d) Family, relationships and marriage
This column was published in MCV and SX News on 17.11.10
Marriage equality is just around the corner.
That seems like a logical conclusion if you’ve been following the debate over the past couple of weeks.
Full equality now has the support of senior federal ministers, two state premiers, and even some shadow federal ministers.
If a conscience vote was held today equality might be achieved.
But what this doesn’t take into account is a campaign against equality from Catholic Bishops, evangelical churches and advocacy groups like the Australian Christian Lobby.
Until now, these groups have maintained a deliberate strategy of only publicly engaging with marriage equality when absolutely necessary, so as not to give the issue more coverage.
Now that the issue has coverage anyway, expect the strategy of the religious right to reverse itself.
It will campaign harder against marriage equality than it has on almost any other legal reform in a generation.
I am certain of this because virtually no nation or state with marriage equality has escaped such a campaign.
The question is not “if” but “when”?
The effect of such a campaign doesn’t have to be overly negative.
If it is hateful, an anti-equality campaign would probably increase public support and push some MPs towards reform.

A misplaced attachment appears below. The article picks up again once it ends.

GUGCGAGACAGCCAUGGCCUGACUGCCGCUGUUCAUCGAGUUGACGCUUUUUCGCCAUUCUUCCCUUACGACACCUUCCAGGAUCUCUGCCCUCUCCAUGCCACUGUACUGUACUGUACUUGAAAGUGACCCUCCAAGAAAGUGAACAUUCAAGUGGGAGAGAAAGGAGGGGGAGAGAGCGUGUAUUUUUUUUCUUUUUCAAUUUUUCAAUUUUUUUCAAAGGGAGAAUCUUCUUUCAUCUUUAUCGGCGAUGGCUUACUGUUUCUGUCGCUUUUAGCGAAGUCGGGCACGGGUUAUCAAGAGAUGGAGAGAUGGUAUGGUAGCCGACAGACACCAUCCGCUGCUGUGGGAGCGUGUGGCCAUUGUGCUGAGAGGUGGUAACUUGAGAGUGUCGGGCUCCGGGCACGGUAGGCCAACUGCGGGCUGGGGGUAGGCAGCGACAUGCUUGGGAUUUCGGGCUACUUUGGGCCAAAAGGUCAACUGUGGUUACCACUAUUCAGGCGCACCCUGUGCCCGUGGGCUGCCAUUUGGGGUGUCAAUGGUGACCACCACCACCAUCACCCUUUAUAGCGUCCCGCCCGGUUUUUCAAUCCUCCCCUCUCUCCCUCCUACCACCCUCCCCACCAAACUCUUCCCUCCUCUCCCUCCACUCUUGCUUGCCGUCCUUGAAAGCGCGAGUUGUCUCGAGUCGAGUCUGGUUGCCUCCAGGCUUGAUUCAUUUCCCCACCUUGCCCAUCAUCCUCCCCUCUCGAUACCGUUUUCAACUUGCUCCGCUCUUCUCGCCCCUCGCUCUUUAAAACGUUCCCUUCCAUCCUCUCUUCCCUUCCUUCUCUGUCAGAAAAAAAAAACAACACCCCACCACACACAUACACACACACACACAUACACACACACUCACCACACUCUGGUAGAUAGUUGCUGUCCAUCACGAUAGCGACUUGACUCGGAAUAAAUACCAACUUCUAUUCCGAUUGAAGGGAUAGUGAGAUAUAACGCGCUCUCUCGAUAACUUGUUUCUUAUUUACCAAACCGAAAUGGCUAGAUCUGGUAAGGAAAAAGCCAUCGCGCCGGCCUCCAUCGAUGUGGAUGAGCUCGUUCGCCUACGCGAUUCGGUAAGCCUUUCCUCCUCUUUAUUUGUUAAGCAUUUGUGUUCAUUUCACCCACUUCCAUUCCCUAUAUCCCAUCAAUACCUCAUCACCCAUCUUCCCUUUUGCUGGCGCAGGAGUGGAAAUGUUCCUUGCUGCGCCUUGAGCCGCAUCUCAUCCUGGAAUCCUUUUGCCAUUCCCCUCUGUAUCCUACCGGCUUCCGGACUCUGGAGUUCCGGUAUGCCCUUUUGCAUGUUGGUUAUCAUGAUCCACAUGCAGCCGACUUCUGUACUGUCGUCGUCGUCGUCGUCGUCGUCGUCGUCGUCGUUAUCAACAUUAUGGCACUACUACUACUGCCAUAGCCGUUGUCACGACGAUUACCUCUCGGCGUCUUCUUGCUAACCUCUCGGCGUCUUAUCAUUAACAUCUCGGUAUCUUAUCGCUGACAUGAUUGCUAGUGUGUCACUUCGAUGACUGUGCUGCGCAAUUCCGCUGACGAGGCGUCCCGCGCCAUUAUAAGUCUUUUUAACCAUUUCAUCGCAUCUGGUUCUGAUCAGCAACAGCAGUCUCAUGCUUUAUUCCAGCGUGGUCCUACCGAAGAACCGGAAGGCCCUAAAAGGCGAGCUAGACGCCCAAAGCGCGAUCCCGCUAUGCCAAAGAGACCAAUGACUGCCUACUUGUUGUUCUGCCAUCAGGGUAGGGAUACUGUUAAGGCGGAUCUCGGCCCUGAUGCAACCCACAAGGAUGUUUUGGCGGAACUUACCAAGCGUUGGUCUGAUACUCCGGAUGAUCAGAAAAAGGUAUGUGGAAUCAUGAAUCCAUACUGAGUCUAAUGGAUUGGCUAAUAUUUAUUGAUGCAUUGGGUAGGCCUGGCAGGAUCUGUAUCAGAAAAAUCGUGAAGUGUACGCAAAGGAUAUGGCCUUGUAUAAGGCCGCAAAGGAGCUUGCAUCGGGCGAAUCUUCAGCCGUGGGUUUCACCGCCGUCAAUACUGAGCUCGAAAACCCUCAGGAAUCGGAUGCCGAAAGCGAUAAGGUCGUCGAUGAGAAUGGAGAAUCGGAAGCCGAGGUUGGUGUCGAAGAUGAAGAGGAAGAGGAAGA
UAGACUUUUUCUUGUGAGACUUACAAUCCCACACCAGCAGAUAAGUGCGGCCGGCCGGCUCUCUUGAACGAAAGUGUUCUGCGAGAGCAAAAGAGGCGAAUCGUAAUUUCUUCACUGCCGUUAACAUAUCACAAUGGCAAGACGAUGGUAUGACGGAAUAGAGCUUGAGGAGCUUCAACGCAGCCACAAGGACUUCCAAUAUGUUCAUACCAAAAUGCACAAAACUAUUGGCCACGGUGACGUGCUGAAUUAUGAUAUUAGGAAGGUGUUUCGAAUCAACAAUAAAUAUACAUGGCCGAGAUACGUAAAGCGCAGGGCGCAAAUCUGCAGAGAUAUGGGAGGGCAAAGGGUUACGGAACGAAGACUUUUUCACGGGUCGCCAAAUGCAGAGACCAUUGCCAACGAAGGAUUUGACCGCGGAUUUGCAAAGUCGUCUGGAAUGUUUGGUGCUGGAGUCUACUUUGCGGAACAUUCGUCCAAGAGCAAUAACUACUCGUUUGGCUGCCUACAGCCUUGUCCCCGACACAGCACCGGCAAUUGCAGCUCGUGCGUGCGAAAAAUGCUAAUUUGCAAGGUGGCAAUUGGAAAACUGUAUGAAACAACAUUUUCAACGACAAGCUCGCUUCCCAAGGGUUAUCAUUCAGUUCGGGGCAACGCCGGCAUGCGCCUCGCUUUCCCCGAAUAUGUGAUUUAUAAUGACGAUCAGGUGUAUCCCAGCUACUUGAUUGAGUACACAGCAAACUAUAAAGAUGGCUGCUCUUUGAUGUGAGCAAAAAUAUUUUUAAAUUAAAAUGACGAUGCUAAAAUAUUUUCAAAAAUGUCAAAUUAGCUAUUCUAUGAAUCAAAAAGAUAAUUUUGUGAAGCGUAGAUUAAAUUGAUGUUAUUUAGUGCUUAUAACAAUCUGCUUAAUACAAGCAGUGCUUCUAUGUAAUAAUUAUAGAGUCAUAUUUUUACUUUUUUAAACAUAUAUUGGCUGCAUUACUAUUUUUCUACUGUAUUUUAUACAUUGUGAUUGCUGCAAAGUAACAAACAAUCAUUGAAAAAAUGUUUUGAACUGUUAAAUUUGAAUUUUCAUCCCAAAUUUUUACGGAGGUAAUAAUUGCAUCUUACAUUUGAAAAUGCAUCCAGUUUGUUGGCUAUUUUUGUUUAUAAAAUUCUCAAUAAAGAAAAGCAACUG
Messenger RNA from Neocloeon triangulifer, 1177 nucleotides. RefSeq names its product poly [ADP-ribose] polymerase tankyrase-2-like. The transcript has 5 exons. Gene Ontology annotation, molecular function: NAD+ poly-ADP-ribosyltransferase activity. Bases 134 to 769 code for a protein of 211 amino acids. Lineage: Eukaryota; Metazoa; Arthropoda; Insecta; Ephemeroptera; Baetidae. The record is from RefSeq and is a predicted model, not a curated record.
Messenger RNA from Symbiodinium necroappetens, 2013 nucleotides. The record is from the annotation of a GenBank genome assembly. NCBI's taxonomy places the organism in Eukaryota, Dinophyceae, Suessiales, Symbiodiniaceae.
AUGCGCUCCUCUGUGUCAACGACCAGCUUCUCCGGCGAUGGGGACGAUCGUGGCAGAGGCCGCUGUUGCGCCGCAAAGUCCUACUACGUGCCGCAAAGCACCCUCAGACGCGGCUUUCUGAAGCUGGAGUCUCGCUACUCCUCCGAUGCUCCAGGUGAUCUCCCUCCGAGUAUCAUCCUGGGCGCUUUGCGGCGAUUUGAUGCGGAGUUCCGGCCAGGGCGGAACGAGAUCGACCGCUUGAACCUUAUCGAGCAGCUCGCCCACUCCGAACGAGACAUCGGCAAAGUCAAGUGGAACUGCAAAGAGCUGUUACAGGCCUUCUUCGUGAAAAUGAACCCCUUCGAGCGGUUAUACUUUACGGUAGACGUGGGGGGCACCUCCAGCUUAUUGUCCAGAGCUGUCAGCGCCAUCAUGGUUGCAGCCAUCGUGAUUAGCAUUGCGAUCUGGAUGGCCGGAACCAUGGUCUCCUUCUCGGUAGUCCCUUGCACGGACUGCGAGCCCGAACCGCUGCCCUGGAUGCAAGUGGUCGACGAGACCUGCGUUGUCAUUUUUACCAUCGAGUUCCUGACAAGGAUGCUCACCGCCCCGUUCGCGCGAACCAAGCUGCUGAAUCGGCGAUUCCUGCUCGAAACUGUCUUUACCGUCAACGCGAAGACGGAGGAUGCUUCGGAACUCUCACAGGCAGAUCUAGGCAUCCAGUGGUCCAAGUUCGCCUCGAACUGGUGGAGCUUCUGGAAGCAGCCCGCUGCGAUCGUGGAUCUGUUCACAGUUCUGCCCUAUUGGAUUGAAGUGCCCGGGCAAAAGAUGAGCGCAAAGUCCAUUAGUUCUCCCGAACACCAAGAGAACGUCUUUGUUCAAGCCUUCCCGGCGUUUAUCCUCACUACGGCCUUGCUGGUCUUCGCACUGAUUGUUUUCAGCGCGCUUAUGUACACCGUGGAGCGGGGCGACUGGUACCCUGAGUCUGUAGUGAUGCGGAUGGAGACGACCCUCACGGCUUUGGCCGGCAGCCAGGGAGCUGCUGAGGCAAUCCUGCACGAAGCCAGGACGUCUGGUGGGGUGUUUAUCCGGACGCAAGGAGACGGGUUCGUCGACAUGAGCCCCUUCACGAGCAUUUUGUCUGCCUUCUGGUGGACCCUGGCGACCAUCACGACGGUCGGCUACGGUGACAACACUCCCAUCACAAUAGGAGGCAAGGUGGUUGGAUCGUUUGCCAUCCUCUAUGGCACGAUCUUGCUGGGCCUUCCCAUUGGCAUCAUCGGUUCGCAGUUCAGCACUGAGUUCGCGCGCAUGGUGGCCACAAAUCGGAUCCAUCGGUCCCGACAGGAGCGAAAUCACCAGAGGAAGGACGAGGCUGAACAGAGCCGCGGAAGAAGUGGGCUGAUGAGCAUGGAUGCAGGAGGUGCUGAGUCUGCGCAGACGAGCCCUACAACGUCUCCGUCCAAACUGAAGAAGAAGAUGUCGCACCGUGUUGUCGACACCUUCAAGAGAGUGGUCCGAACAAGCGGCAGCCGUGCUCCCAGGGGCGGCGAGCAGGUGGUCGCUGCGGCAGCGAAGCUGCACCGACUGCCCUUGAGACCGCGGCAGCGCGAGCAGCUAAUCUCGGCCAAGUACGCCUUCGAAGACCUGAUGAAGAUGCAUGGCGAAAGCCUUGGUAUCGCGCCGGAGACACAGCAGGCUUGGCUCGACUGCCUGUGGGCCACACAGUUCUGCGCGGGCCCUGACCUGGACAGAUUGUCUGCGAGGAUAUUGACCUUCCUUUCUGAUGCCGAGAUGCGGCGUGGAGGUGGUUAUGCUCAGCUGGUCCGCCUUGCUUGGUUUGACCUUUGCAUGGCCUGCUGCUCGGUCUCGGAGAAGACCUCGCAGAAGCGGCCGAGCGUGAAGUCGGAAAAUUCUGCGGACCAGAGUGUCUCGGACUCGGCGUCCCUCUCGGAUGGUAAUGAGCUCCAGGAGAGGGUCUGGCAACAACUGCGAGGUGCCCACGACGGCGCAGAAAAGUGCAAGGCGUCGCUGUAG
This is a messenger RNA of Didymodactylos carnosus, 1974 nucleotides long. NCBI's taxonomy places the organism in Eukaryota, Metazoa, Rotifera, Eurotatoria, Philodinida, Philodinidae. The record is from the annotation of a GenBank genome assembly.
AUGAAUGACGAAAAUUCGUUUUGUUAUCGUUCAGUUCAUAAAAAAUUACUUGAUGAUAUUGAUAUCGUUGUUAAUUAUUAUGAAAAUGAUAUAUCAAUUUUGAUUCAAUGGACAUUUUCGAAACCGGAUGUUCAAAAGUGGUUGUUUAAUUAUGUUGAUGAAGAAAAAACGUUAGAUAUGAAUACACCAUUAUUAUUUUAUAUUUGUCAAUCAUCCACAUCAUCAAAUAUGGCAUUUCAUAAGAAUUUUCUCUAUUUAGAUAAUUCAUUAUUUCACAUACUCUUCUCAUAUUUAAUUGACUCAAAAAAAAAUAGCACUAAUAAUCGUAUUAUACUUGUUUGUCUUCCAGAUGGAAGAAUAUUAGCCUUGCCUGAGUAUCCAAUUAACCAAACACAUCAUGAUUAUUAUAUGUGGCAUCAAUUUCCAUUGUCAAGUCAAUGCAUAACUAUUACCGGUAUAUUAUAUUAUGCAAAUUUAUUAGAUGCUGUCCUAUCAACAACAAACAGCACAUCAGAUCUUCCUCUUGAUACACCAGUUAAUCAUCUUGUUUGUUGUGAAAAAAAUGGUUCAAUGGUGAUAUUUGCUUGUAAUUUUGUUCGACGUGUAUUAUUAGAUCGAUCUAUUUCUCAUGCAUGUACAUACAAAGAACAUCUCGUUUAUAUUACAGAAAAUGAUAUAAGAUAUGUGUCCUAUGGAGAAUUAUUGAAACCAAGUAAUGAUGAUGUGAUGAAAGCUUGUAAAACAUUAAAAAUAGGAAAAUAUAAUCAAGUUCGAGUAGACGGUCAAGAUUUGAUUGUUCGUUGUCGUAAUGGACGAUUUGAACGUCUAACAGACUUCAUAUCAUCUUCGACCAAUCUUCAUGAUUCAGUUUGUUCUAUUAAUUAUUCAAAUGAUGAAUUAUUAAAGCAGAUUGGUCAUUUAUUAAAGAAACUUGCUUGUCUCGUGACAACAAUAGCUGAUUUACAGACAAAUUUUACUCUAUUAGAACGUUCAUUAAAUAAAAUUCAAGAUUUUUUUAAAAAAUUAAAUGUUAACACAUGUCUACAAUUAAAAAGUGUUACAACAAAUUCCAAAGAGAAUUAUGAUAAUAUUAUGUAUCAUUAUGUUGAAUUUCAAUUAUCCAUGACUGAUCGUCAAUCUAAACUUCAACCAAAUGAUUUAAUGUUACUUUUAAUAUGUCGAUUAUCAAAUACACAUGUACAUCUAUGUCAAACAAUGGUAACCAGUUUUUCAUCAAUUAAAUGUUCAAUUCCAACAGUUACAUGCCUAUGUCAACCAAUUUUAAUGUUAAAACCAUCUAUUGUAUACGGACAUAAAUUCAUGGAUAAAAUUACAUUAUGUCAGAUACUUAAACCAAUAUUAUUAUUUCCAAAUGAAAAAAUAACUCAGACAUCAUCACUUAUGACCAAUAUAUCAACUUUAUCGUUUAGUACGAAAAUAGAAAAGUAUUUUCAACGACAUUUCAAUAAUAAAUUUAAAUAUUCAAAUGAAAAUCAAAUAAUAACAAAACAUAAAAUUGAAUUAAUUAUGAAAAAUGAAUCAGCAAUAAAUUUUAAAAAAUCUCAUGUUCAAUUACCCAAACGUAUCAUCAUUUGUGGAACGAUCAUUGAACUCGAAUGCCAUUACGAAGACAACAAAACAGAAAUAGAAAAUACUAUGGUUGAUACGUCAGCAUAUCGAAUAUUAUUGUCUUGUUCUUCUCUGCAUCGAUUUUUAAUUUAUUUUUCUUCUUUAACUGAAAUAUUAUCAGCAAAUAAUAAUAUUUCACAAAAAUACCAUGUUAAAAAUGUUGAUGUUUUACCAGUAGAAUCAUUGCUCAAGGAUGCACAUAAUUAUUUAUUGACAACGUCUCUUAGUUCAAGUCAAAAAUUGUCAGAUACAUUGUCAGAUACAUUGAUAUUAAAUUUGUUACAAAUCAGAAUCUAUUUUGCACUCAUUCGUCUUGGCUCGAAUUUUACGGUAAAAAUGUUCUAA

Knowing this, the religious right may, instead, decide to incite baseless fears on side issues like the freedom of religious ministers not to celebrate same-sex nuptials or of teachers not to have to teach their students about same-sex marriages.
This has been the subtler approach taken by groups in California and Maine, and may well be tried here too.
The key to the impact of any anti-equality campaign is how LGBT people and our allies respond.
If we react with anger and fear, we will inevitably lose support among those many ordinary Australians who look to us for leadership on this issue.
If we react with dignity, grace and humour, and keep our eyes on the prize of equality, we will inspire more Australians than ever to support equality too.
Think of it as judo-activism: turning the aggression and anger of others into a positive force for change.
We can’t stop an anti-equality campaign. But the effect it has is almost entirely up to us.
[ Email This Article ]